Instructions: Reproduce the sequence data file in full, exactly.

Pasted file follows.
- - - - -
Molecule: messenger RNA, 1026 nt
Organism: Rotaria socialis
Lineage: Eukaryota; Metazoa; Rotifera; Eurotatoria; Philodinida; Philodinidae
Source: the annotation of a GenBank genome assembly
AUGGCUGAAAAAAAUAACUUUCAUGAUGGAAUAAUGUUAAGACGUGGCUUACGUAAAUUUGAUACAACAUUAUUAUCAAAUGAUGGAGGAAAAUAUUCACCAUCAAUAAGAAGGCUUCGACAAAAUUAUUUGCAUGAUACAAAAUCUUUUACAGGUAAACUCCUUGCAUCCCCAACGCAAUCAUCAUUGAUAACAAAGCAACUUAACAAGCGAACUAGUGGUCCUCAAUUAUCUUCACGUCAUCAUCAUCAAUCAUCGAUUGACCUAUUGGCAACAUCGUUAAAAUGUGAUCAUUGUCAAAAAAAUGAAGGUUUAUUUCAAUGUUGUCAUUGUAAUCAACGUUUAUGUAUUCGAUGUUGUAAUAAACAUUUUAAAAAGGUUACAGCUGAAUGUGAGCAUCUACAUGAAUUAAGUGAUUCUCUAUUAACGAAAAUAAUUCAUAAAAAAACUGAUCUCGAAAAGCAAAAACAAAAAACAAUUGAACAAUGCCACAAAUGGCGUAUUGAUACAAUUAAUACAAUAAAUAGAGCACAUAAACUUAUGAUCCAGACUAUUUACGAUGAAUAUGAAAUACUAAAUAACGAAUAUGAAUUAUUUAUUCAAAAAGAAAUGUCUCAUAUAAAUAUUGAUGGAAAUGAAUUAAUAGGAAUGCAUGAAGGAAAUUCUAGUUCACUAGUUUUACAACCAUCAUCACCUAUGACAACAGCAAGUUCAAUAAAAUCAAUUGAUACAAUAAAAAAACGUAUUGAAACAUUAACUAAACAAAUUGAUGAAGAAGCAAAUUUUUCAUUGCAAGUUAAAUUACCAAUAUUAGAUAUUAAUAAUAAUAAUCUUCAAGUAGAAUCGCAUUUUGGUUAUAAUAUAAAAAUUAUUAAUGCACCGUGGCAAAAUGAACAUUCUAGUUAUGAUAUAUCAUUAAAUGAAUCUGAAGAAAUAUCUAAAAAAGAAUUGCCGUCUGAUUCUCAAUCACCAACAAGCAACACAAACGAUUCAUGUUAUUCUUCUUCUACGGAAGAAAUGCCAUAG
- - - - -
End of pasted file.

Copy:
Molecule: messenger RNA, 1026 nt
Organism: Rotaria socialis
Lineage: Eukaryota; Metazoa; Rotifera; Eurotatoria; Philodinida; Philodinidae
Source: the annotation of a GenBank genome assembly
AUGGCUGAAAAAAAUAACUUUCAUGAUGGAAUAAUGUUAAGACGUGGCUUACGUAAAUUUGAUACAACAUUAUUAUCAAAUGAUGGAGGAAAAUAUUCACCAUCAAUAAGAAGGCUUCGACAAAAUUAUUUGCAUGAUACAAAAUCUUUUACAGGUAAACUCCUUGCAUCCCCAACGCAAUCAUCAUUGAUAACAAAGCAACUUAACAAGCGAACUAGUGGUCCUCAAUUAUCUUCACGUCAUCAUCAUCAAUCAUCGAUUGACCUAUUGGCAACAUCGUUAAAAUGUGAUCAUUGUCAAAAAAAUGAAGGUUUAUUUCAAUGUUGUCAUUGUAAUCAACGUUUAUGUAUUCGAUGUUGUAAUAAACAUUUUAAAAAGGUUACAGCUGAAUGUGAGCAUCUACAUGAAUUAAGUGAUUCUCUAUUAACGAAAAUAAUUCAUAAAAAAACUGAUCUCGAAAAGCAAAAACAAAAAACAAUUGAACAAUGCCACAAAUGGCGUAUUGAUACAAUUAAUACAAUAAAUAGAGCACAUAAACUUAUGAUCCAGACUAUUUACGAUGAAUAUGAAAUACUAAAUAACGAAUAUGAAUUAUUUAUUCAAAAAGAAAUGUCUCAUAUAAAUAUUGAUGGAAAUGAAUUAAUAGGAAUGCAUGAAGGAAAUUCUAGUUCACUAGUUUUACAACCAUCAUCACCUAUGACAACAGCAAGUUCAAUAAAAUCAAUUGAUACAAUAAAAAAACGUAUUGAAACAUUAACUAAACAAAUUGAUGAAGAAGCAAAUUUUUCAUUGCAAGUUAAAUUACCAAUAUUAGAUAUUAAUAAUAAUAAUCUUCAAGUAGAAUCGCAUUUUGGUUAUAAUAUAAAAAUUAUUAAUGCACCGUGGCAAAAUGAACAUUCUAGUUAUGAUAUAUCAUUAAAUGAAUCUGAAGAAAUAUCUAAAAAAGAAUUGCCGUCUGAUUCUCAAUCACCAACAAGCAACACAAACGAUUCAUGUUAUUCUUCUUCUACGGAAGAAAUGCCAUAG